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I have the following two third order linear ODEs which have been arrived at after applying separation of variables to a coupled system of three PDEs. \begin{eqnarray} \lambda_h F''' - 2 \lambda_h \beta_h F'' + \left( (\lambda_h \beta_h - 1) \beta_h - \mu \right) F' + \beta_h^2 F &=& 0,\\ V \lambda_c G''' - 2 V \lambda_c \beta_c G'' + \left( (\lambda_c \beta_c - 1) V \beta_c + \mu \right) G' + V \beta_c^2 G &=& 0, \end{eqnarray}

Here, $\lambda_h,\lambda_c,\beta_h,\beta_c$ are constants $>0$ while $\mu$ is the separation constant.$F$ is $F(x)$ while $G$ is $G(y)$. The b.c. are $F(0)=0,\frac{F''(0)}{F'(0)}=\beta_h,\frac{F''(1)}{F'(1)}=\beta_h$ while for $G$ they are $G(0)=0,\frac{G''(0)}{G'(0)}=\beta_c,\frac{G''(1)}{G'(1)}=\beta_c$.

So, i have two Eigenvalue BVP which need to be solved individually to attain the final solution as $\theta_w=e^{-\beta_hx}F'(x)e^{-\beta_cy}G'(y)$.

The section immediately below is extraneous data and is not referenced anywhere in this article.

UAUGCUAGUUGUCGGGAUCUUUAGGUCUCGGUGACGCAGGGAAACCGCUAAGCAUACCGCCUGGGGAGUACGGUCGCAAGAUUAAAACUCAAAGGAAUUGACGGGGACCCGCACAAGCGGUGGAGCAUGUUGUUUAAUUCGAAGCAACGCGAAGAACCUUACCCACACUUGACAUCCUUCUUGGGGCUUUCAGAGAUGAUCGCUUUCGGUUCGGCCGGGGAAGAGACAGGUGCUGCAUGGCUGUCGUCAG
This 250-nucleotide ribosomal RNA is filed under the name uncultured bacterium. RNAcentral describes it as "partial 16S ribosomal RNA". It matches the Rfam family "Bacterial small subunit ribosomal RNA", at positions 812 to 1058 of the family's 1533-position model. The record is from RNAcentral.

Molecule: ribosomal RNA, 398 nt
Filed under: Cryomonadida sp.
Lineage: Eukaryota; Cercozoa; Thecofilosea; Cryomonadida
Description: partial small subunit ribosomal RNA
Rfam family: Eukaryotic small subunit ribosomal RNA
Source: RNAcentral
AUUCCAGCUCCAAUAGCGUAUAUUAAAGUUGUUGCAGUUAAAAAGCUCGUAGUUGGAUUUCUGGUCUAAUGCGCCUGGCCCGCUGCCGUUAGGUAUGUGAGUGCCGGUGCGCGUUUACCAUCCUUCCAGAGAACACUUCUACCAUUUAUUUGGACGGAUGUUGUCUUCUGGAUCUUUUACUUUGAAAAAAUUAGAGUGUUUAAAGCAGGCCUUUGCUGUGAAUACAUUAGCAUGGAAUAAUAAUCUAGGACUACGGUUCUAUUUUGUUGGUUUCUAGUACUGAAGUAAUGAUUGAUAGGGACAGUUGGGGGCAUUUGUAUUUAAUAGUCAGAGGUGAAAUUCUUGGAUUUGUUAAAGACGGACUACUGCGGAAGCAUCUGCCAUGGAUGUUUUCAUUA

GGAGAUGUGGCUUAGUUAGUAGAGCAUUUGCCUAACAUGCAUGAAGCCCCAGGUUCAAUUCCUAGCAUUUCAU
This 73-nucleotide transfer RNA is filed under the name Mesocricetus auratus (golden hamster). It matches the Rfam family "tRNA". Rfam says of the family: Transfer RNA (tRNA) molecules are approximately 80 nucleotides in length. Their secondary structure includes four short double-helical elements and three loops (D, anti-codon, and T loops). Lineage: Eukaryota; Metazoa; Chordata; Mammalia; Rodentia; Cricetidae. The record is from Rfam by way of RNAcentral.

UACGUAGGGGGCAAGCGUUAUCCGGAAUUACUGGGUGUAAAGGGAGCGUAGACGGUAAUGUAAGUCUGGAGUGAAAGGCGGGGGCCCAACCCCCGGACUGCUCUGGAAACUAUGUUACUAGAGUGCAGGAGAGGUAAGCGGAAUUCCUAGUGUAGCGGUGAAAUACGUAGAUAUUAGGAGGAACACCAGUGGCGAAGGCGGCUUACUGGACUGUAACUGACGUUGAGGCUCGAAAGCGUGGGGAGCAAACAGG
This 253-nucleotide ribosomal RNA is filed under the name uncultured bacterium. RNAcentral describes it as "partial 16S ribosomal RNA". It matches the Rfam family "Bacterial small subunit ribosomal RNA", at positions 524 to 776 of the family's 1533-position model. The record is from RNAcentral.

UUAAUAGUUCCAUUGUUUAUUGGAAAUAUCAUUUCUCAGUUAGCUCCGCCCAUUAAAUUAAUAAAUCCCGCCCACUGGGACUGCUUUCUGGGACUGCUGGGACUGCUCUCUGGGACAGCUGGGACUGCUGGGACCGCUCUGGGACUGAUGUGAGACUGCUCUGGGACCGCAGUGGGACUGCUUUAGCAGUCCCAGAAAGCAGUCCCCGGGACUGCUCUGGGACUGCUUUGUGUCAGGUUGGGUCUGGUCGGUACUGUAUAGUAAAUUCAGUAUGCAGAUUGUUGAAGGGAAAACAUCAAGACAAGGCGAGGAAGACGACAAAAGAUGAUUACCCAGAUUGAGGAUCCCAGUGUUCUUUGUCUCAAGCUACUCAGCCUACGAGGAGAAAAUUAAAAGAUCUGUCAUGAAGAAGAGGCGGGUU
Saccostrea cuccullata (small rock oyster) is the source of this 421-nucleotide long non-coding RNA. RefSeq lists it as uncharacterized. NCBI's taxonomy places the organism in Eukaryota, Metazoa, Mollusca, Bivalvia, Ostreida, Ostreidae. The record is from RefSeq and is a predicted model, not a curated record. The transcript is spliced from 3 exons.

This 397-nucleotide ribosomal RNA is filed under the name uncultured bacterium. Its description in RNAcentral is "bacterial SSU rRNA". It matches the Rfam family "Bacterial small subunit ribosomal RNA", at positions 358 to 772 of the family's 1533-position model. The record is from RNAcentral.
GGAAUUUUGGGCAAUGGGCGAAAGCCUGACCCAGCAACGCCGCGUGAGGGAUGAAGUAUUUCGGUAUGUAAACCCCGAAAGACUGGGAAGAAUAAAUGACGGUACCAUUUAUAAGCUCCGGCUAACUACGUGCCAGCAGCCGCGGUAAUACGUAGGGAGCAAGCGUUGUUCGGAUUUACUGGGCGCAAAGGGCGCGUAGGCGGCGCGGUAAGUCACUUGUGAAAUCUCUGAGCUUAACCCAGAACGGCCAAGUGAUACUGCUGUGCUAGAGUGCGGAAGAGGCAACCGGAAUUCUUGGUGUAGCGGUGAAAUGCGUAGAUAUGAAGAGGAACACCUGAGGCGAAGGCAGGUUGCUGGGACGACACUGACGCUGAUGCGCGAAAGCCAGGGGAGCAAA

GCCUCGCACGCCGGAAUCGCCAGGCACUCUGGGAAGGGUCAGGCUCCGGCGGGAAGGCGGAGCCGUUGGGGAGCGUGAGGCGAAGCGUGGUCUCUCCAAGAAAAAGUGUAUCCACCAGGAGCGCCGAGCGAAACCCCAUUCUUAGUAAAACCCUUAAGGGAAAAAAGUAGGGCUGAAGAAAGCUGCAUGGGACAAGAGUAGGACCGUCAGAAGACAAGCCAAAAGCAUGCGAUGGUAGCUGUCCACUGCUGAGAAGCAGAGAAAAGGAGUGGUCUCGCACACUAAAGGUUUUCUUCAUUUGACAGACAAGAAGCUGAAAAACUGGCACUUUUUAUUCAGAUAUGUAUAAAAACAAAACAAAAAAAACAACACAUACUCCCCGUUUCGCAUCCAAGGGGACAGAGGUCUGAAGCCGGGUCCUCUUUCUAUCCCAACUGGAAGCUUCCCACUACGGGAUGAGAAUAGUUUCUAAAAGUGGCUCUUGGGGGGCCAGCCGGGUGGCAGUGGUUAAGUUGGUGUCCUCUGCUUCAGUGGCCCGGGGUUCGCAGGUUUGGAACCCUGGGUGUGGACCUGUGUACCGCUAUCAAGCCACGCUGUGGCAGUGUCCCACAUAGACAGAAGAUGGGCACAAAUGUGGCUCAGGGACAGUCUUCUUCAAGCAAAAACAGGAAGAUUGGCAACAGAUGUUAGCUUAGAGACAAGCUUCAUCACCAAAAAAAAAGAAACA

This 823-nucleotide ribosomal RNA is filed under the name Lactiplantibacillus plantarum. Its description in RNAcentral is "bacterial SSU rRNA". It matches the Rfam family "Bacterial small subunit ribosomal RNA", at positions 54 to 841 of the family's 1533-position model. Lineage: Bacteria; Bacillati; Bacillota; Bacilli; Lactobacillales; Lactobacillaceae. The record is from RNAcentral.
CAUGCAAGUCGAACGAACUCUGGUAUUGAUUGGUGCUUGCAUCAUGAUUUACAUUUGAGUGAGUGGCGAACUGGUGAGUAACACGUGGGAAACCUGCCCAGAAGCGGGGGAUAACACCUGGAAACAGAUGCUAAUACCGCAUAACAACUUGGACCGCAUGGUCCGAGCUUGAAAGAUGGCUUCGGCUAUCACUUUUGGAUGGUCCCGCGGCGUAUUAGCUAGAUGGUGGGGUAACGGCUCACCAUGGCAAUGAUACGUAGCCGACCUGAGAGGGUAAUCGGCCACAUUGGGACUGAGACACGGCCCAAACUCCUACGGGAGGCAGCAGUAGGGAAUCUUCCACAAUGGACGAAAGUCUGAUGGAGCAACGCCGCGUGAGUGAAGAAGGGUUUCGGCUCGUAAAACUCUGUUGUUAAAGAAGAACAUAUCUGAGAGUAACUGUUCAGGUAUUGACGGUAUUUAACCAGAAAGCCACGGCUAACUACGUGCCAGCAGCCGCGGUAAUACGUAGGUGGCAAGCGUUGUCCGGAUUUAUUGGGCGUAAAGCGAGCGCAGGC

Attempt

I tried to find the eigen value for the ODE in $F$ with the constants as $\lambda_h=0.02,\beta_h=10$ in Mathematica using a package called CompoundMatrixMethod by Simon Pearce and it gave me the following resultsThe intersecting points on x are eigenvalues

Similarly, for the ODE in $G$ with the constants as $\lambda_c=0.02,\beta_c=10, V=1$, the results wereenter image description here

The intersecting points with the x-axis are the eigenvalues.

It is quite clear that for $F$ there are possibly infinite negative eigenvalues and $G$ has possibly infinite positive EVs.

I had two questions:

1. Can someone try (or is it even possible ) to arrive at an analytic pattern to how these eigenvalues repeat ?

2. Does the increasing oscillatory nature of the EVs as they move further away from the origin signal that a analytic solution cannot be reached ?

I am curious about the pattern, because a lot of PDE books show that after variable separation the ODEs have a series of eigen values following a trend, which is then used to generate the eigen functions and individual general solutions.

Note

Out of curiosity i just plotted $e^{0.07x}sin(x)$ and found it to be like this. This seemed quite similar to the $G$ case.enter image description here

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